Among the Rh-negative pregnant women anti-D remains the most common cause of alloimmunization. The widespread use of protective anti-D immunoglobulin program against Rh-D alloimmunization has an impact of reducing alloimmunization due to anti-D and unmasking the risk of minor RBC antibodies alloimmunization, making them a significant cause of hydrops fetalis and hemolytic disease of fetus and newborn. Hence, determining the prevalence of minor antibodies to RBC antigens in Rh positive pregnant women is an important step in determining the magnitude of alloimmunization and the complications among Rh-positive pregnant women. The prevalence of Rh positive pregnant women in this study is similar to one in Saudi Arabia by Bondaji with a prevalence of 92.7%. [12]

The prevalence of minor RBCs antibodies alloimmunization among Rh positive pregnant women is 2.8% in our study. This prevalence is high compared to a study done in Norway [2] with a prevalence of 0.5% and a study done in India by Pahuja with a prevalence of 0.12%. [13] The difference in prevalence in our study compared to other studies may be due to several factors, which are small sample size, all information obtained from one hospital mainly a tertiary hospital which receives high-risk population, a majority of our study population were SCD and thalassemics and all these factors increase the need for blood transfusion leading to an increase the risk of minor RBCs antibodies sensitization and alloimmunization. The distribution of minor red cell antibodies among study population is given in [Table 2]. These results are comparable to the literature.

Reviewing the history of the 29 pregnant women we found that 89.7% were multiparous while 10.3% were primigravidae and this was comparable to the results from Saudi Arabia by Bondagji [12] History of previous miscarriage was found in 44.8% women, which is similar to that from Saudi Arabia, [12] but less than one reported by Pahuja et al. from India. [13] History of previous miscarriage has direct effects on the rate of alloimmunization either directly due to fetomaternal or indirectly by increasing the requirement of blood transfusion after miscarriage. From our analysis, we reported 18/29 (62%) pregnant women had a history of blood transfusion and the most frequent indication was previous LSCS followed by SCD, anemia in the postpartum period and thalassemia. From these results, we noticed that a blood transfusion was the most frequent cause for alloimmunization. Bondagji reported a history of blood transfusion in only 4.5% women, and this may be due to high-risk population received by SQUH. [12]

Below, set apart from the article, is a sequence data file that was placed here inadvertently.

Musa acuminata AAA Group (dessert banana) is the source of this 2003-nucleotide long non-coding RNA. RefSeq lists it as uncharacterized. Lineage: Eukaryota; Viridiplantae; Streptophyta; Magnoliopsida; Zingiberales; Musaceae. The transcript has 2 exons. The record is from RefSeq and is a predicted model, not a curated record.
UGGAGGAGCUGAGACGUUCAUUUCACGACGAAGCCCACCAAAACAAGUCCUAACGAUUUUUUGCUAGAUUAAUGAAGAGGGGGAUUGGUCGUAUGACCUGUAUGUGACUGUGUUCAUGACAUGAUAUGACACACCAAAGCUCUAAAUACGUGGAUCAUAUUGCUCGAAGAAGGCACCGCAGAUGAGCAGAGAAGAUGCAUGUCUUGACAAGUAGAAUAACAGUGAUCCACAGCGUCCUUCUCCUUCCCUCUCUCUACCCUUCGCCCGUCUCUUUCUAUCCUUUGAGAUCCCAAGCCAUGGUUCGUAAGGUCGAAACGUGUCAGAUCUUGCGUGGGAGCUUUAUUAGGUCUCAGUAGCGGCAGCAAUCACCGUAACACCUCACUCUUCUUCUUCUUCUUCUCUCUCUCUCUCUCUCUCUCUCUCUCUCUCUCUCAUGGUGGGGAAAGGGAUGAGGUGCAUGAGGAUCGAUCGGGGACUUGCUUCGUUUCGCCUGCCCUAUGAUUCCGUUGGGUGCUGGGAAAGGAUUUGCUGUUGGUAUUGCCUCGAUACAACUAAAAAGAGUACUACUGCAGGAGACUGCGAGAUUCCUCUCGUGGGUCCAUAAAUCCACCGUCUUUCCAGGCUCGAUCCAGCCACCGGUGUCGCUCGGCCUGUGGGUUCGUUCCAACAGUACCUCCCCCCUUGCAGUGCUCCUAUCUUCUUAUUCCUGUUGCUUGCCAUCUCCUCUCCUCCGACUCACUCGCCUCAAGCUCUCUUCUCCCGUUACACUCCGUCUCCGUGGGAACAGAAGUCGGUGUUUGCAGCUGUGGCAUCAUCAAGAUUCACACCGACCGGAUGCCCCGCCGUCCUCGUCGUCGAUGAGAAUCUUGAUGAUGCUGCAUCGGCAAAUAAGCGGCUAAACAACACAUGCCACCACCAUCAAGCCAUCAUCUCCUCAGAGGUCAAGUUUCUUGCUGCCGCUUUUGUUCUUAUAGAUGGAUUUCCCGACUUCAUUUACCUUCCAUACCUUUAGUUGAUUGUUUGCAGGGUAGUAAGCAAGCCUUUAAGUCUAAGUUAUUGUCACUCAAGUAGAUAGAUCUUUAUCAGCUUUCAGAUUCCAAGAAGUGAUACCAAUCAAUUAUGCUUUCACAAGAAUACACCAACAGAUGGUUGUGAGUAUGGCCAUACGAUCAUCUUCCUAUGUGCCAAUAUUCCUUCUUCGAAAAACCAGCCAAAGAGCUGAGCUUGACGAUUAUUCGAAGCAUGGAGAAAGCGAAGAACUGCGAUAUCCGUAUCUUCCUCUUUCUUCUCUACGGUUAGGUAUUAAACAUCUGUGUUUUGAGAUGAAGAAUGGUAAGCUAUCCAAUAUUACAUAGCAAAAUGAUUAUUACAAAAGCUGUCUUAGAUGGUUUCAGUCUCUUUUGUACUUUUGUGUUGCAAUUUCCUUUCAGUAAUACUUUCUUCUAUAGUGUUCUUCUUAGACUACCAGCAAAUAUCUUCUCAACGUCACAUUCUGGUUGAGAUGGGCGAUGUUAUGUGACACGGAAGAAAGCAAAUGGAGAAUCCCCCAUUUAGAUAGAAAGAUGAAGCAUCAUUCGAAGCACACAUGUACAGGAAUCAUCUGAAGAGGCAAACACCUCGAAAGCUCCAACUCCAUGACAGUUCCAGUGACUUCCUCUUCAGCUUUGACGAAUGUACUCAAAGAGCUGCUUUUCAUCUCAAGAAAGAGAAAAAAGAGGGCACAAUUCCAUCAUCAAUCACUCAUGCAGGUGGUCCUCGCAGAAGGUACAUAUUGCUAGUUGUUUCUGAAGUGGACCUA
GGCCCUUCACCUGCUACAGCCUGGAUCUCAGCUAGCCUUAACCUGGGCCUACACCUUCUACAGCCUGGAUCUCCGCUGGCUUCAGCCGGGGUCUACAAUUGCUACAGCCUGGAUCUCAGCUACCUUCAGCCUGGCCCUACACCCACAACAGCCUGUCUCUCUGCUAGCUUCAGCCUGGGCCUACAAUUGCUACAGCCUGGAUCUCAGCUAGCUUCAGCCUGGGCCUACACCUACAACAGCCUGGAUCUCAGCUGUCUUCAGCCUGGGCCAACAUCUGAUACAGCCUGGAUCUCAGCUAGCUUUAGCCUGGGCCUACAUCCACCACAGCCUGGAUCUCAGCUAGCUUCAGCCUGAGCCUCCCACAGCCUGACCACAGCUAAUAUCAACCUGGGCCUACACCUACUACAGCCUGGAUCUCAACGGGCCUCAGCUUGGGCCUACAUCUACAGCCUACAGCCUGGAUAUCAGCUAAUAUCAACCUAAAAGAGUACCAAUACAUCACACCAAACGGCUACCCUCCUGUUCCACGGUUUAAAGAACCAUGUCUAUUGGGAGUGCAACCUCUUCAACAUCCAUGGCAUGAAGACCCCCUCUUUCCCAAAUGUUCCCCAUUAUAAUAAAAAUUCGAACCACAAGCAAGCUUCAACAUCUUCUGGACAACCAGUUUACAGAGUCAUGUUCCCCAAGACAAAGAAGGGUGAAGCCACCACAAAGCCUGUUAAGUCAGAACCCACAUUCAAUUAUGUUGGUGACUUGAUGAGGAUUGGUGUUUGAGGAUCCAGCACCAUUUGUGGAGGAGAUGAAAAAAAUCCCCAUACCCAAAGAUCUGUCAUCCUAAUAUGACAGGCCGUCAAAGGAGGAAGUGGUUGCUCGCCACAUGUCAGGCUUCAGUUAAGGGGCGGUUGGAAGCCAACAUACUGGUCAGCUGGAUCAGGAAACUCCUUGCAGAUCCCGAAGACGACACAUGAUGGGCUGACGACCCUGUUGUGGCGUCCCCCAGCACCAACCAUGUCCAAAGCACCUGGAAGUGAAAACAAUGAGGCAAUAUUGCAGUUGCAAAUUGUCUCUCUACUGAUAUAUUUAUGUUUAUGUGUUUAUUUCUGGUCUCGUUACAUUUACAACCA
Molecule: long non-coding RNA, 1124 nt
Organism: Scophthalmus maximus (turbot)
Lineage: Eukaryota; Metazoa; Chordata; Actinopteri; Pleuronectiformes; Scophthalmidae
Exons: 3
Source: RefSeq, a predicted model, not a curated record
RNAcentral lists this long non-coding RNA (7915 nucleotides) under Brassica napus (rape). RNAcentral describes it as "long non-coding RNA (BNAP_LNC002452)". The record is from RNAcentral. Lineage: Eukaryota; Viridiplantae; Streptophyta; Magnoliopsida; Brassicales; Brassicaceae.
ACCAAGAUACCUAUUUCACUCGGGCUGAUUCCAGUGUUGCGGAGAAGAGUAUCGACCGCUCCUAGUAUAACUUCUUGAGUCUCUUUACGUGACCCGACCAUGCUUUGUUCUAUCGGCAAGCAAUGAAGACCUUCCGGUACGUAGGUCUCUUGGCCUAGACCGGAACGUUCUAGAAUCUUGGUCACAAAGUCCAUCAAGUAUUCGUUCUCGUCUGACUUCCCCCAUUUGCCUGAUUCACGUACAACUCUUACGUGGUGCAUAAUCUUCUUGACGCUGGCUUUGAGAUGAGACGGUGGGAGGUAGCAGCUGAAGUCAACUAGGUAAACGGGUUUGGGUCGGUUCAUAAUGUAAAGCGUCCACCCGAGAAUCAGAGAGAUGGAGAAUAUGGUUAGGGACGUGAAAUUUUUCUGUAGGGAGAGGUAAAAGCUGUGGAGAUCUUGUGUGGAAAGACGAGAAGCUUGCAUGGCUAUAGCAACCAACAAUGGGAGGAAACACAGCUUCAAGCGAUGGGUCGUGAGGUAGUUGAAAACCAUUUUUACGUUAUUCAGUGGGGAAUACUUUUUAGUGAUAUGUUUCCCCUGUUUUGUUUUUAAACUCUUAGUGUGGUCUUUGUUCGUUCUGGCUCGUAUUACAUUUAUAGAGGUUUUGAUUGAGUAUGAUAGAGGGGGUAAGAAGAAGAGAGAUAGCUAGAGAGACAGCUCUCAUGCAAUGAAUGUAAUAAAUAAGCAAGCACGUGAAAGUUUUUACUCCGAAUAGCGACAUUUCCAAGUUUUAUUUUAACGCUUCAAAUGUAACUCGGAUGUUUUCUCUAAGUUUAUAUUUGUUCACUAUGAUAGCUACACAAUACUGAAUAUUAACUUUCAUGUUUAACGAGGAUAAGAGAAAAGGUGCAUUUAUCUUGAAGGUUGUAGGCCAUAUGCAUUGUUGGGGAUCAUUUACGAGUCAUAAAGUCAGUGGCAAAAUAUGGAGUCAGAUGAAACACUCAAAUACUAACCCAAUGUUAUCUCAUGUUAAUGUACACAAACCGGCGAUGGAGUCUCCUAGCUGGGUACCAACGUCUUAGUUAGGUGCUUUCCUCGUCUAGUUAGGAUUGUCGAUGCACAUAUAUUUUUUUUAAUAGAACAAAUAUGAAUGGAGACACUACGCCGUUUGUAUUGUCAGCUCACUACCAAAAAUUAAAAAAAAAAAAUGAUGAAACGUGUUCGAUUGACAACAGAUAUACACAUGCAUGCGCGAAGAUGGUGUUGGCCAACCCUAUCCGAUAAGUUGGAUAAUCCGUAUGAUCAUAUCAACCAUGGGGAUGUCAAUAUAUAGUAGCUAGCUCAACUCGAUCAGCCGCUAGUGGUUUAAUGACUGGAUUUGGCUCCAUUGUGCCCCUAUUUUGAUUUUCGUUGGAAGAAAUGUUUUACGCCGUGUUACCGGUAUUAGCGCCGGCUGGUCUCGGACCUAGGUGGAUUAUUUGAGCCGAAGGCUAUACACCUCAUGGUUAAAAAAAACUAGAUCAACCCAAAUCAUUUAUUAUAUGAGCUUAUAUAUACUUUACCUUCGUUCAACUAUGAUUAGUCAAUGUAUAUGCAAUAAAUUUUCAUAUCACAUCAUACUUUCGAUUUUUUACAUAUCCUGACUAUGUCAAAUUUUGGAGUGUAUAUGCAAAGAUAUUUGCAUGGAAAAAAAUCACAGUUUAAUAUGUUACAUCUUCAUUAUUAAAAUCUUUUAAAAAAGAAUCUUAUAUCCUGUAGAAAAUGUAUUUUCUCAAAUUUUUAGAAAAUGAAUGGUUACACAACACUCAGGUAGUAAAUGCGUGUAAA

Description of high-risk cases

The high-risk patients' pregnancy course and the outcome are summarized in [Table 6].
Table 6: Description of high risk cases


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The first case was alloimmunized by anti-Js b with a titer 1:128 at 9 weeks gestational age. The first MCA-PSV Doppler was performed at 16 weeks gestation, and at 20 weeks showed evidence of fetal anemia. Anti-Js b belongs to kell antigen system and as described in literature these kell antibodies have the ability to suppress erythroid progenitor cells and cause RBC destruction. These two mechanisms make these antibodies a major contributor to HDFN and hydrops fetalis among minor RBC antibodies. In a study done in Columbus by McKenna, there were 9.3% cases reported with anti-kell alloimmunization of which 4/8 ended in fetal death, one of them died during intrauterine blood transfusion while others died secondary to alloimmunization complications. [6] In the same study, 3/8 were reported with hydrops fetalis, one of them died at 25 weeks gestation, 1/8 fetus was delivered with hemoglobin of 11 g/dl and simple transfusion was done for him on the 1 st day of life. In anti-kell immunization antibody titers are not necessarily correlated with fetal anemia. Our patient had a titer of 1:128 with evidence of fetal anemia, which started early in pregnancy. This patient also had severe SCD with a history of two previous pregnancies affected with anti-kell alloimmunization. Both these pregnancies were complicated by hydrops fetalis at 23 and 24 weeks gestation respectively. Our finding in this case was similar to Mckenna et al. [6] and it was observed from this case that the severity of the disease increased with increasing parity.